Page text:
Lidl will become the first British supermarket to pay workers the hourly rate set by the Living Wage Foundation after announcing a pay rise for its 17,000 staff.
From October workers at the discounter’s UK stores will be paid a minimum of £8.20 per hour, and £9.35 per hour in London, with an average increase of £1,200 per year. The increase will make Lidl the first of the major grocers to meet the expectations of the Living Wage Foundation, which currently asks companies to pay at least £7.85 per hour and is expected to increase that in November 2015.
Lidl also will begin paying the rate six months before George Osborne’s national living wage comes into force, which requires all employers to pay workers a minimum of £7.20 per hour as of April 2016. “We recognise that every employee forms an integral part of team Lidl, and each individual’s contribution is valued,” said Lidl UK CEO Ronny Gottschlich. “It’s therefore only right we show our commitment, in the same way that the team commit to the business and our customers each and every day, by ensuring a wage that supports the cost of living.”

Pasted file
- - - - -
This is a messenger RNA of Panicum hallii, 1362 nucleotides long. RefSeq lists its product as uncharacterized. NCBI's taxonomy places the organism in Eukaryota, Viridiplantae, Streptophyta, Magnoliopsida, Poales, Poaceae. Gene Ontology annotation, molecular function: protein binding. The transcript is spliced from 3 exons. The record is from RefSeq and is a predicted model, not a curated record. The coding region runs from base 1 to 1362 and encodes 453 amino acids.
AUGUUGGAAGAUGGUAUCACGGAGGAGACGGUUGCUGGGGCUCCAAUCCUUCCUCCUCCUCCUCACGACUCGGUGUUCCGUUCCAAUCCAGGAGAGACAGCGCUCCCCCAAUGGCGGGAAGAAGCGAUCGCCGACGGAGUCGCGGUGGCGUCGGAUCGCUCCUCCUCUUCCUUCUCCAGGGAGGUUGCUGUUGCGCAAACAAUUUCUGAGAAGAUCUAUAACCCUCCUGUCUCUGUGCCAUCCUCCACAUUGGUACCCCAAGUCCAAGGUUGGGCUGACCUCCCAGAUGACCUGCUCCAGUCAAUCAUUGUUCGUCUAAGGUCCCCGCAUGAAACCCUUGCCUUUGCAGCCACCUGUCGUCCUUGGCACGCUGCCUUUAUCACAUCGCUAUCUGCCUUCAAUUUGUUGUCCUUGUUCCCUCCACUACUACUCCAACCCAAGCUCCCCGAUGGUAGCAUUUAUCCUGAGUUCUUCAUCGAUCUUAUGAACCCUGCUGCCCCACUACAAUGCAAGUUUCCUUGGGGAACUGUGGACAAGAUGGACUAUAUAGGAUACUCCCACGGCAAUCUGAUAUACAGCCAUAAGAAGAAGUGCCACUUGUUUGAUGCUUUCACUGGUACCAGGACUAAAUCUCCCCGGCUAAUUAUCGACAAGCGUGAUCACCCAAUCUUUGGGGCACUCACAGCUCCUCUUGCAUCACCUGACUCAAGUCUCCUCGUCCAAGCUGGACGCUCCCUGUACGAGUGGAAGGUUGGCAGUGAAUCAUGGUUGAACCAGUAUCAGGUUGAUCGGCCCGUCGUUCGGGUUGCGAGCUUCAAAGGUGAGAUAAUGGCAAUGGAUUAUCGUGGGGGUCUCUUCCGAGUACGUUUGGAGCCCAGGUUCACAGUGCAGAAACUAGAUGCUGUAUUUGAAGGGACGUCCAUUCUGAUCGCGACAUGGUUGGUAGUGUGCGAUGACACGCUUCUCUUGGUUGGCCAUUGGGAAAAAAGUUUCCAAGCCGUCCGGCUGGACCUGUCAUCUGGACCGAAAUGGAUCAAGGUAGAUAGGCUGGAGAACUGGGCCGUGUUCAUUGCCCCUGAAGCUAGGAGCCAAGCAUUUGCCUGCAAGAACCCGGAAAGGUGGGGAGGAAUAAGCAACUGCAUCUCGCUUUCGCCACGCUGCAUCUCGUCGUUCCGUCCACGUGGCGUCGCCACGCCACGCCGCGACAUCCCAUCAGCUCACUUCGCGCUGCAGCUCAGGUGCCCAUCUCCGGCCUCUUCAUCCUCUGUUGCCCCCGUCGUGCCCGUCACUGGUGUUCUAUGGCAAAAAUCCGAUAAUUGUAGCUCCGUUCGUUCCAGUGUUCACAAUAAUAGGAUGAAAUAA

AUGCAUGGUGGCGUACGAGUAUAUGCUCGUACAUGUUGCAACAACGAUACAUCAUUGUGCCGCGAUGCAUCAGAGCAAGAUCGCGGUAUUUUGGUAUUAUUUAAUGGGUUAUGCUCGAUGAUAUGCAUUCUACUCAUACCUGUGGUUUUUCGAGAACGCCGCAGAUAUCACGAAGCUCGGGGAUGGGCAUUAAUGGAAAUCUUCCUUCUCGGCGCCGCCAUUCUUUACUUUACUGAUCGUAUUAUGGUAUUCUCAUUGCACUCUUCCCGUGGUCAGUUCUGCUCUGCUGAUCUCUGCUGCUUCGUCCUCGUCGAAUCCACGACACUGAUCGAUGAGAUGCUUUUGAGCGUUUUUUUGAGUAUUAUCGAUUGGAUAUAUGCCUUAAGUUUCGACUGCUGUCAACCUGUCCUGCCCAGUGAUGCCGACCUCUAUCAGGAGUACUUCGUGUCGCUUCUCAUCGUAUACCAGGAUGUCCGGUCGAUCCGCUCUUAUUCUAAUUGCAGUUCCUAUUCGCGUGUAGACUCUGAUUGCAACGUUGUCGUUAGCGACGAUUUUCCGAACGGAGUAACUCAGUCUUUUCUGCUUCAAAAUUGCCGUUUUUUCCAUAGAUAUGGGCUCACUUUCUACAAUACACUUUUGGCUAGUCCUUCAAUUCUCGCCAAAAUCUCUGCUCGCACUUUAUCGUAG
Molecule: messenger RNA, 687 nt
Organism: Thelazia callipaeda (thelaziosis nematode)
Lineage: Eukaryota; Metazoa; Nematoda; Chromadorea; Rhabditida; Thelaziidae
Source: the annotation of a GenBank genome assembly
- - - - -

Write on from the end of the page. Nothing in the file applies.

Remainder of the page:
The discounter says the pay rise will require a £9m investment and will be applied to workers of all ages, in contrast to the NLW, which is limited to staff 25 and over. They also confirmed the pay rise would have no impact on the number of hours worked by staff.
The announcement makes Lidl the third major supermarket to react following the surprise addition to the government’s July budget, after Iceland pushed pay up to the NLW from August, and Sainsbury’s announced a 4% rise three weeks ago.